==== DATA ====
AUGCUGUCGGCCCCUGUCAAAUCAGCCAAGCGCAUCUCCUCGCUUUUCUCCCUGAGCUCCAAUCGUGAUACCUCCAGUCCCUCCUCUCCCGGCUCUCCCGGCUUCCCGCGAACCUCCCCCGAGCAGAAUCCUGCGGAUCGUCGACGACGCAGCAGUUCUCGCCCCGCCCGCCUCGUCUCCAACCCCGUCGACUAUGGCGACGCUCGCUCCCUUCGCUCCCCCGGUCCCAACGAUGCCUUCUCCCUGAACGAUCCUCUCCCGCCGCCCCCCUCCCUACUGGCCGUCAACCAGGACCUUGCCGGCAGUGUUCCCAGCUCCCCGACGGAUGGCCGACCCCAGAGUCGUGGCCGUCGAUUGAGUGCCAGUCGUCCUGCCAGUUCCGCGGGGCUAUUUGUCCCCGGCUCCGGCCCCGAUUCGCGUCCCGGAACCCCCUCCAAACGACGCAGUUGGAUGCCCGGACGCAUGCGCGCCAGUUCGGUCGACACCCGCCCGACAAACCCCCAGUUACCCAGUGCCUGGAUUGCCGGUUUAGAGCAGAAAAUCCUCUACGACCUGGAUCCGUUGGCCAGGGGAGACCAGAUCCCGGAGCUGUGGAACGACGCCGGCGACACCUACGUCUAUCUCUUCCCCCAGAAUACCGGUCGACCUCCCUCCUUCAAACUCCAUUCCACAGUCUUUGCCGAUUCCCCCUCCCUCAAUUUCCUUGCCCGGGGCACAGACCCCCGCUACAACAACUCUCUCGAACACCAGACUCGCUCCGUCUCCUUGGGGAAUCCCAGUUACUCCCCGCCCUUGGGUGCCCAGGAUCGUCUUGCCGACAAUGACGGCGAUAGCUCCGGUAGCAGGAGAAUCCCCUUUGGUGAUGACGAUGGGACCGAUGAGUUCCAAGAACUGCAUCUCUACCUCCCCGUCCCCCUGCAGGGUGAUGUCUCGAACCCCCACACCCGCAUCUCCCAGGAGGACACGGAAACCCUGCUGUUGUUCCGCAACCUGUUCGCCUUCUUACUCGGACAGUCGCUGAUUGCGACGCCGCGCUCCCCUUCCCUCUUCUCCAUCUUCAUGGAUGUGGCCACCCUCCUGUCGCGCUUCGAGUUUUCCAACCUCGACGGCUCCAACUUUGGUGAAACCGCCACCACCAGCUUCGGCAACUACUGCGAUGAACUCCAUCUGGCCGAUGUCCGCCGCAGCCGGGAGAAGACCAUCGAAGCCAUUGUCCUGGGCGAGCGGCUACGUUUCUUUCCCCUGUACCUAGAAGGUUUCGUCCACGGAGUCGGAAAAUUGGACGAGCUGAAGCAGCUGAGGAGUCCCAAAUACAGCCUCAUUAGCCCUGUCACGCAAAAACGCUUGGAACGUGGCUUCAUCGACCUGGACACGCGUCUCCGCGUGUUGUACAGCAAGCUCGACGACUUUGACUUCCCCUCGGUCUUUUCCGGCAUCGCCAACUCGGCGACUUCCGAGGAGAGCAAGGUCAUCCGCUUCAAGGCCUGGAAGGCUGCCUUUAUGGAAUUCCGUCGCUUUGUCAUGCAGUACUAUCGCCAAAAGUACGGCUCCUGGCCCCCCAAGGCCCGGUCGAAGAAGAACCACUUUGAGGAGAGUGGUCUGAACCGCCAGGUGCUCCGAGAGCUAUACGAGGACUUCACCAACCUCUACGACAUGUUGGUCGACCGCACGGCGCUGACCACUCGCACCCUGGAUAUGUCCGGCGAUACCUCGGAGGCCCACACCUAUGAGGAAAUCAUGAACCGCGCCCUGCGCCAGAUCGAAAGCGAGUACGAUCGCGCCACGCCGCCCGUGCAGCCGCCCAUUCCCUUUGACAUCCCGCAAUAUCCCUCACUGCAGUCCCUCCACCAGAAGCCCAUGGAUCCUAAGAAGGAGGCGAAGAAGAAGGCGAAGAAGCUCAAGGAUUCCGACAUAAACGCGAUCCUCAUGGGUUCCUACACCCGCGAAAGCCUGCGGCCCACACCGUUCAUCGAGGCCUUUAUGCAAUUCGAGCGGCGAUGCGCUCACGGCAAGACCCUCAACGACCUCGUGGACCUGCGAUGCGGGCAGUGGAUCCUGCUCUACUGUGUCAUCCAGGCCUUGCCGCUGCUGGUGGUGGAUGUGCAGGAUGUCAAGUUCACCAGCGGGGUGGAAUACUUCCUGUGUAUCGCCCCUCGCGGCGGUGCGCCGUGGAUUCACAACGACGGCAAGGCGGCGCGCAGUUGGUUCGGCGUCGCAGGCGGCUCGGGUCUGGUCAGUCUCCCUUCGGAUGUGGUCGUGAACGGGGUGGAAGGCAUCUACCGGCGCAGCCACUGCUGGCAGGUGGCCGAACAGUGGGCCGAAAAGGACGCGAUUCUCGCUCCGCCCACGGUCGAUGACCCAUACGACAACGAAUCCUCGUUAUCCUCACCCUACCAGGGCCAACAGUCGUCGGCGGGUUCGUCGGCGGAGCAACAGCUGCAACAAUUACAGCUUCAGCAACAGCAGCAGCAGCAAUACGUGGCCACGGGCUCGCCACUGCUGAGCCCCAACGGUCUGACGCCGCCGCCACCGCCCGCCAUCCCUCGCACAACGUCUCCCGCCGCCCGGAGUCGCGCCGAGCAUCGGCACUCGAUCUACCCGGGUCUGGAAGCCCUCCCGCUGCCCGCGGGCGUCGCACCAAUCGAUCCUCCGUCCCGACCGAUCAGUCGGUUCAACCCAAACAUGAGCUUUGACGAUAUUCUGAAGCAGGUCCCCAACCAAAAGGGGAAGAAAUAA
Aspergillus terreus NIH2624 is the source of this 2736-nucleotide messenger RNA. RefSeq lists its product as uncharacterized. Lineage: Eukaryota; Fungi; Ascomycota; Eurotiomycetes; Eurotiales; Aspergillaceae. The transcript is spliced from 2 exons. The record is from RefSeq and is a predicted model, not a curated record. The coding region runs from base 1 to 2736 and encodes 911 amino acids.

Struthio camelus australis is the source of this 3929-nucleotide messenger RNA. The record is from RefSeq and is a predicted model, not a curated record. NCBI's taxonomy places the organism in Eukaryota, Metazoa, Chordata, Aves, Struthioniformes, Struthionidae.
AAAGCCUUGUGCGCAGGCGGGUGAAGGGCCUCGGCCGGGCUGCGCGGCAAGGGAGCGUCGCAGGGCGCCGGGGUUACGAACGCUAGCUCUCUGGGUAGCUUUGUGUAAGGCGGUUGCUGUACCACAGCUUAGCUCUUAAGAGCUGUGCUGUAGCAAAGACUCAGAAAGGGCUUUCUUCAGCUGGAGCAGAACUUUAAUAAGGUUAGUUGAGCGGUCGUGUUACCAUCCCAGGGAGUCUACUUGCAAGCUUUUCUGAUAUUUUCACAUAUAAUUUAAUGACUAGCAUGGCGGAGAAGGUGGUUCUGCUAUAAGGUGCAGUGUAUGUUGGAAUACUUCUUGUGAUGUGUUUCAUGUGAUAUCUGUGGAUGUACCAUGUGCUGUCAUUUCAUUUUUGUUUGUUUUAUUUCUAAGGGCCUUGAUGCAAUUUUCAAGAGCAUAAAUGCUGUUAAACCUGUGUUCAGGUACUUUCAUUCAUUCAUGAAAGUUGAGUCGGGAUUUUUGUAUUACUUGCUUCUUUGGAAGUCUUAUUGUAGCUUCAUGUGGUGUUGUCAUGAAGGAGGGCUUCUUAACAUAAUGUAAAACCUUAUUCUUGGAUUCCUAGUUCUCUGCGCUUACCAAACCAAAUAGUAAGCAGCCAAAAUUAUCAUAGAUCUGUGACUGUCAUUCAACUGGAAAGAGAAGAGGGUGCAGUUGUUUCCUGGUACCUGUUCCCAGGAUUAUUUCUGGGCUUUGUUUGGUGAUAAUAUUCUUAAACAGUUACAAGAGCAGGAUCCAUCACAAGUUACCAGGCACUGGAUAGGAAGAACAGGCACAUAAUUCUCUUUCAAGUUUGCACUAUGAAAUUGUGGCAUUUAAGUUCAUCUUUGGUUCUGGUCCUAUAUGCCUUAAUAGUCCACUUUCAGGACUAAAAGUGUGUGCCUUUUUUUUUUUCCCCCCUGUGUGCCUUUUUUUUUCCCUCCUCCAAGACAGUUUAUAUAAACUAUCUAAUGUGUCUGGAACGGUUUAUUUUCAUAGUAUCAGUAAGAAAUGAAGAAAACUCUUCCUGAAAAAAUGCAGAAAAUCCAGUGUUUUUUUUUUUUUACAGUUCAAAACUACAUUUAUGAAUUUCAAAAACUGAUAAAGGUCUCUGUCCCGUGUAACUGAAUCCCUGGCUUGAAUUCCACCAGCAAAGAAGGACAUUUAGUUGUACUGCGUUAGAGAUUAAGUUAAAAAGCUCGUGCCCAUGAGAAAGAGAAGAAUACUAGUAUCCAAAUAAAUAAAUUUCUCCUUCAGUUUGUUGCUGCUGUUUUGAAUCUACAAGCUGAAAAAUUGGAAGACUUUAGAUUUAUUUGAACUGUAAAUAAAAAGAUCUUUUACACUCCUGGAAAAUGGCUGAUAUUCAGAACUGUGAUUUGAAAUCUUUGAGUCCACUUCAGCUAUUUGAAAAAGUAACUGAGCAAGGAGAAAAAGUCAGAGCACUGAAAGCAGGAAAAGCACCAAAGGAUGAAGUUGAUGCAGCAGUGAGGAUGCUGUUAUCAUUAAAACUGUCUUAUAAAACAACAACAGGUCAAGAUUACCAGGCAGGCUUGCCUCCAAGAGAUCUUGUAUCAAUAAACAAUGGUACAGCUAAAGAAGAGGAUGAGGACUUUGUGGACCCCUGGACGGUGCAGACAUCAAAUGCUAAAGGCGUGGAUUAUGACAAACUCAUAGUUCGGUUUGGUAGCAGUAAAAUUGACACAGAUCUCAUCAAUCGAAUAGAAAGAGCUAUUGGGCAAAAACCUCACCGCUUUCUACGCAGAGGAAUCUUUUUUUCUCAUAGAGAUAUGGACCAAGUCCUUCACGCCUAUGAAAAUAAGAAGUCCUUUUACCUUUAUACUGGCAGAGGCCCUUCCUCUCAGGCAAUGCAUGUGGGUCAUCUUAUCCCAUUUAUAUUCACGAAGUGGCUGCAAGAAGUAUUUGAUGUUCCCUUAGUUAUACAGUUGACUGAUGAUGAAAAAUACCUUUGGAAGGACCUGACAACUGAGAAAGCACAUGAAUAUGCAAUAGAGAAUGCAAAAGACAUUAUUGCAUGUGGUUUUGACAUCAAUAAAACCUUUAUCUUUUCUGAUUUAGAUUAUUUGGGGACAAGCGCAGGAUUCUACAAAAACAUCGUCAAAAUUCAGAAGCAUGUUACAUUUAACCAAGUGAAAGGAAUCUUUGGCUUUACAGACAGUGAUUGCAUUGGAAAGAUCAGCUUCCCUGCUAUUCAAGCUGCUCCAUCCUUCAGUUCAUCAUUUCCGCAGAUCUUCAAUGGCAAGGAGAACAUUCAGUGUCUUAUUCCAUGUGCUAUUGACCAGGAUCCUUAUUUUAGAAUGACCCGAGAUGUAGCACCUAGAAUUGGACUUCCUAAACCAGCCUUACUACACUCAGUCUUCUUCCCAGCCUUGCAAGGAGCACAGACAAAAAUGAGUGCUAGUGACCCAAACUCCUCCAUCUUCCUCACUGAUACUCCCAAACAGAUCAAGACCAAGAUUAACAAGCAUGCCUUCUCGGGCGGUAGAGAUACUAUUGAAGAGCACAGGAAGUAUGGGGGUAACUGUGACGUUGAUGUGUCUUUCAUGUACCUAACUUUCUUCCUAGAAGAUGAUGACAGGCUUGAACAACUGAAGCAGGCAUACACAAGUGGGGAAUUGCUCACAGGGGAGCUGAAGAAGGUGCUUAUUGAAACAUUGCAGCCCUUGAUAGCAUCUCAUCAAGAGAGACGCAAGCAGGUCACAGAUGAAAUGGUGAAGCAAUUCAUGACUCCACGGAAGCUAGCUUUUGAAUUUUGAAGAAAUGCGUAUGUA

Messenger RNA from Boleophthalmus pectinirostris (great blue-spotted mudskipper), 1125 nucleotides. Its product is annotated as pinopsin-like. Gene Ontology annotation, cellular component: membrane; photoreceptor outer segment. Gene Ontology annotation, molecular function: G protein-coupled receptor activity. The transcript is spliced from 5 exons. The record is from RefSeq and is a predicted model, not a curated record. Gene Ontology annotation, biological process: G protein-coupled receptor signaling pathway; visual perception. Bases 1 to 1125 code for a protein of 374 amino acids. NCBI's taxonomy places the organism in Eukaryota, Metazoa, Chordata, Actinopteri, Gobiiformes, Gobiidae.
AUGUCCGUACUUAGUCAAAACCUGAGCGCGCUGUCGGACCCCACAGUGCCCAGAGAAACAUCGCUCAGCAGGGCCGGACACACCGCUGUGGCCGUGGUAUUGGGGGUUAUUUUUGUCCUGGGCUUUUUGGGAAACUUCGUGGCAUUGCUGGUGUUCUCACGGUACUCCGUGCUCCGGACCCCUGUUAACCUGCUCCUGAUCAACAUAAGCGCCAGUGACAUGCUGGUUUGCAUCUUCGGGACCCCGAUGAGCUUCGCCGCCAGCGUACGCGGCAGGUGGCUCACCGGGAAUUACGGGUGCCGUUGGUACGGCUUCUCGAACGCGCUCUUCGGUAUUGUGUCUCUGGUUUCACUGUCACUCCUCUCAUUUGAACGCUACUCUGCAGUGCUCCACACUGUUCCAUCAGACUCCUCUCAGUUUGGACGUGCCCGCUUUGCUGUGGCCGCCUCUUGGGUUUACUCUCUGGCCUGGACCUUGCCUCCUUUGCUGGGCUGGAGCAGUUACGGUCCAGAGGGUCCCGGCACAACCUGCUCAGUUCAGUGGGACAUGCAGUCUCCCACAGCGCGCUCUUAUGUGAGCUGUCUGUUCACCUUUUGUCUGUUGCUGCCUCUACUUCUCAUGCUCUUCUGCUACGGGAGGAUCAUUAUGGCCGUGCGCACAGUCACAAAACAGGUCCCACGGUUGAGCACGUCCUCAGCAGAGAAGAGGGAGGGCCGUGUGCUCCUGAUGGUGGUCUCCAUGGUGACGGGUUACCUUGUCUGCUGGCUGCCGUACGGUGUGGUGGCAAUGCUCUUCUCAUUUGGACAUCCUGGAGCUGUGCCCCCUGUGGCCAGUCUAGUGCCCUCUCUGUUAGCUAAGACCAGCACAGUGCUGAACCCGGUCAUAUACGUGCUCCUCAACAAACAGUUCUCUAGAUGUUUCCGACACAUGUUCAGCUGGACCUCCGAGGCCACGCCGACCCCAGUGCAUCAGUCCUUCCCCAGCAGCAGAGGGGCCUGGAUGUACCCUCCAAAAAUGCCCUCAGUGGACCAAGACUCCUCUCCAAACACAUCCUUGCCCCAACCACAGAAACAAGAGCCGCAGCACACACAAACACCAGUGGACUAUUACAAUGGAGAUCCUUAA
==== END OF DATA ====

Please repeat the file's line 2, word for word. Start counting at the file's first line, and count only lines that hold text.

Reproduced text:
Aspergillus terreus NIH2624 is the source of this 2736-nucleotide messenger RNA. RefSeq lists its product as uncharacterized. Lineage: Eukaryota; Fungi; Ascomycota; Eurotiomycetes; Eurotiales; Aspergillaceae. The transcript is spliced from 2 exons. The record is from RefSeq and is a predicted model, not a curated record. The coding region runs from base 1 to 2736 and encodes 911 amino acids.